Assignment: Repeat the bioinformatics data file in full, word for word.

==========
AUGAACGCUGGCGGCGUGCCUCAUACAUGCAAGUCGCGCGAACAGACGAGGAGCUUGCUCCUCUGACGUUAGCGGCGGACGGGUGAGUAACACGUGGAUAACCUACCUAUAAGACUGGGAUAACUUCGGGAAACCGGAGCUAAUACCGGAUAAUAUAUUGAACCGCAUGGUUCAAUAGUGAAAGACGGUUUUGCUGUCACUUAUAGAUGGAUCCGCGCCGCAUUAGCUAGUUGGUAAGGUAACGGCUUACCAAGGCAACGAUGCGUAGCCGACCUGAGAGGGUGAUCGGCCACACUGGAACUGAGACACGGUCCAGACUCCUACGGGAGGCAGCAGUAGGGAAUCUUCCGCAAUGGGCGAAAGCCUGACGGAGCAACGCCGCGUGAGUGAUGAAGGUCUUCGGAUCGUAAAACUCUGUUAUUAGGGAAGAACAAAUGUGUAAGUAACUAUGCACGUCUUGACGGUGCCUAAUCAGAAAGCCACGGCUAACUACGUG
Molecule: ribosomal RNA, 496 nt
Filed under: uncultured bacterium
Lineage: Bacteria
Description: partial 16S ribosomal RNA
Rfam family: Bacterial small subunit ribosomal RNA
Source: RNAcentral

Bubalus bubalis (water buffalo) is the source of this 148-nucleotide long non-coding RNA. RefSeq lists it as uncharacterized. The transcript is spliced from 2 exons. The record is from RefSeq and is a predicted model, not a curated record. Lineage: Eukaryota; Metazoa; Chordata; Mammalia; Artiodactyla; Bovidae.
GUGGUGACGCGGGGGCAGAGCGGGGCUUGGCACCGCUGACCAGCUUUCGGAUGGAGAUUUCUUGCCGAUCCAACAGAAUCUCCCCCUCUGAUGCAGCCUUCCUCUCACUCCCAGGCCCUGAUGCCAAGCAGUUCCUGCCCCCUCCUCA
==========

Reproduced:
AUGAACGCUGGCGGCGUGCCUCAUACAUGCAAGUCGCGCGAACAGACGAGGAGCUUGCUCCUCUGACGUUAGCGGCGGACGGGUGAGUAACACGUGGAUAACCUACCUAUAAGACUGGGAUAACUUCGGGAAACCGGAGCUAAUACCGGAUAAUAUAUUGAACCGCAUGGUUCAAUAGUGAAAGACGGUUUUGCUGUCACUUAUAGAUGGAUCCGCGCCGCAUUAGCUAGUUGGUAAGGUAACGGCUUACCAAGGCAACGAUGCGUAGCCGACCUGAGAGGGUGAUCGGCCACACUGGAACUGAGACACGGUCCAGACUCCUACGGGAGGCAGCAGUAGGGAAUCUUCCGCAAUGGGCGAAAGCCUGACGGAGCAACGCCGCGUGAGUGAUGAAGGUCUUCGGAUCGUAAAACUCUGUUAUUAGGGAAGAACAAAUGUGUAAGUAACUAUGCACGUCUUGACGGUGCCUAAUCAGAAAGCCACGGCUAACUACGUG
Molecule: ribosomal RNA, 496 nt
Filed under: uncultured bacterium
Lineage: Bacteria
Description: partial 16S ribosomal RNA
Rfam family: Bacterial small subunit ribosomal RNA
Source: RNAcentral

Bubalus bubalis (water buffalo) is the source of this 148-nucleotide long non-coding RNA. RefSeq lists it as uncharacterized. The transcript is spliced from 2 exons. The record is from RefSeq and is a predicted model, not a curated record. Lineage: Eukaryota; Metazoa; Chordata; Mammalia; Artiodactyla; Bovidae.
GUGGUGACGCGGGGGCAGAGCGGGGCUUGGCACCGCUGACCAGCUUUCGGAUGGAGAUUUCUUGCCGAUCCAACAGAAUCUCCCCCUCUGAUGCAGCCUUCCUCUCACUCCCAGGCCCUGAUGCCAAGCAGUUCCUGCCCCCUCCUCA